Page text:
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Children

— Medical

Computer vision enables researchers to screen earlier for autism

By - May 23, 2014 1 Picture
When experts look back over early home movies of babies later diagnosed with autism, they can see the early behavioral markers of the disorder. The average age of diagnosis, however, is 5 years old. The availability and cost of trained clinicians limits not just early awareness, but also research into autism on a large scale. At Duke University, researchers from different disciplines are using computer vision algorithms to make early diagnosis more likely, and even intend to create an app for parents to use at home. Read More
— Children

Osmo brings real world social play to the iPad

By - May 22, 2014 16 Pictures
Kids love tablet computers, whether it's filling yours with their apps, or having their very own. But no one likes seeing their little ones turned into screen zombies disengaged from the world, and people, around them. Osmo is an iPad gaming device which aims to bring real world and social play to the iPad, by transforming the space in front of the tablet into an interactive environment. Read More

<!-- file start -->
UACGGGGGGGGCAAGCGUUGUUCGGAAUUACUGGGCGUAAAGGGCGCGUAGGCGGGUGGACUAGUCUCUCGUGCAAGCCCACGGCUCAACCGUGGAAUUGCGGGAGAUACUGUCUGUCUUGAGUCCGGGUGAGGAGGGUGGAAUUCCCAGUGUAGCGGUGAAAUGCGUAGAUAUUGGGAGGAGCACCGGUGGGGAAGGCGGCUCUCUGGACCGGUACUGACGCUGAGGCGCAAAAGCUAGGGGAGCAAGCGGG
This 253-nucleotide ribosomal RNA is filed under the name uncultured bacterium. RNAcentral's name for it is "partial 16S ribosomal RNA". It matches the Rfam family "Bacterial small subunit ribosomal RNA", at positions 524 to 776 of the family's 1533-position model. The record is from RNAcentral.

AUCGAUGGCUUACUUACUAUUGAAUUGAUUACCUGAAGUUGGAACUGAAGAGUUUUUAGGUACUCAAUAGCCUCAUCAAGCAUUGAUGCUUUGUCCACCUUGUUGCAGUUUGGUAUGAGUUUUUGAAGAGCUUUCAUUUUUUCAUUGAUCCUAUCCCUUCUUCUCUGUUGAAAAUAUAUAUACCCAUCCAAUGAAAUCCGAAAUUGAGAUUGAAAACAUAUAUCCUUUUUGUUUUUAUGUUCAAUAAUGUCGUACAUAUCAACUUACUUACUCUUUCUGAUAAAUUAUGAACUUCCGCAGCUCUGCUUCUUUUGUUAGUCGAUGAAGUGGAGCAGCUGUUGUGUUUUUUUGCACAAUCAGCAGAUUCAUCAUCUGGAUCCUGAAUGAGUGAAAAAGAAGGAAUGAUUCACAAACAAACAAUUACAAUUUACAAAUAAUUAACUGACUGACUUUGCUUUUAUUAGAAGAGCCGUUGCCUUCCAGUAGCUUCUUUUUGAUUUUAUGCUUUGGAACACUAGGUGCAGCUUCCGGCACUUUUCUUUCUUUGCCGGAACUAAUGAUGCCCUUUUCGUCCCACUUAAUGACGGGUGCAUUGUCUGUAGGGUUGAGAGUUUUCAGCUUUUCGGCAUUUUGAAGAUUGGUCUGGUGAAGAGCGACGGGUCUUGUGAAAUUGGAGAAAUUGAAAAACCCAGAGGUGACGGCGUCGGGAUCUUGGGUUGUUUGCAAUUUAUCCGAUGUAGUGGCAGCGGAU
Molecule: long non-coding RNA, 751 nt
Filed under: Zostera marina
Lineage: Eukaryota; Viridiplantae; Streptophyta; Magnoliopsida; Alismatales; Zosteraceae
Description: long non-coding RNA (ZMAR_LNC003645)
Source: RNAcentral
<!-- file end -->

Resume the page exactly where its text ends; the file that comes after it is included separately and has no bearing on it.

— Science

New software accurately predicts what your children will look like as adults

By - April 11, 2014 6 Pictures
If you're a parent wondering what your child will look like as an adult, now you don't need to wonder anymore. Researchers at the University of Washington claim to have developed software that can accurately predict what a child will look like as an adult, up to the age of 80. The technique can even work from poorly lit photos, and could prove a big help in missing persons cases. Read More
— Children

Upsee allows disabled children to walk with their parents

By - April 3, 2014 3 Pictures
"Necessity is the mother of invention" – it's an adage that fits in perfectly with the story of Israeli mom Debby Elnatan. She was faced with the challenge of walking with her son Rotem, who has cerebral palsy and cannot use his legs by himself. Helping her two-year-old move around unaided proved to be a very difficult task, prompting Debby to search for a solution. Now, the system she created for him has become a commercial product that could improve the lives of children suffering from motor impairments around the world. Read More

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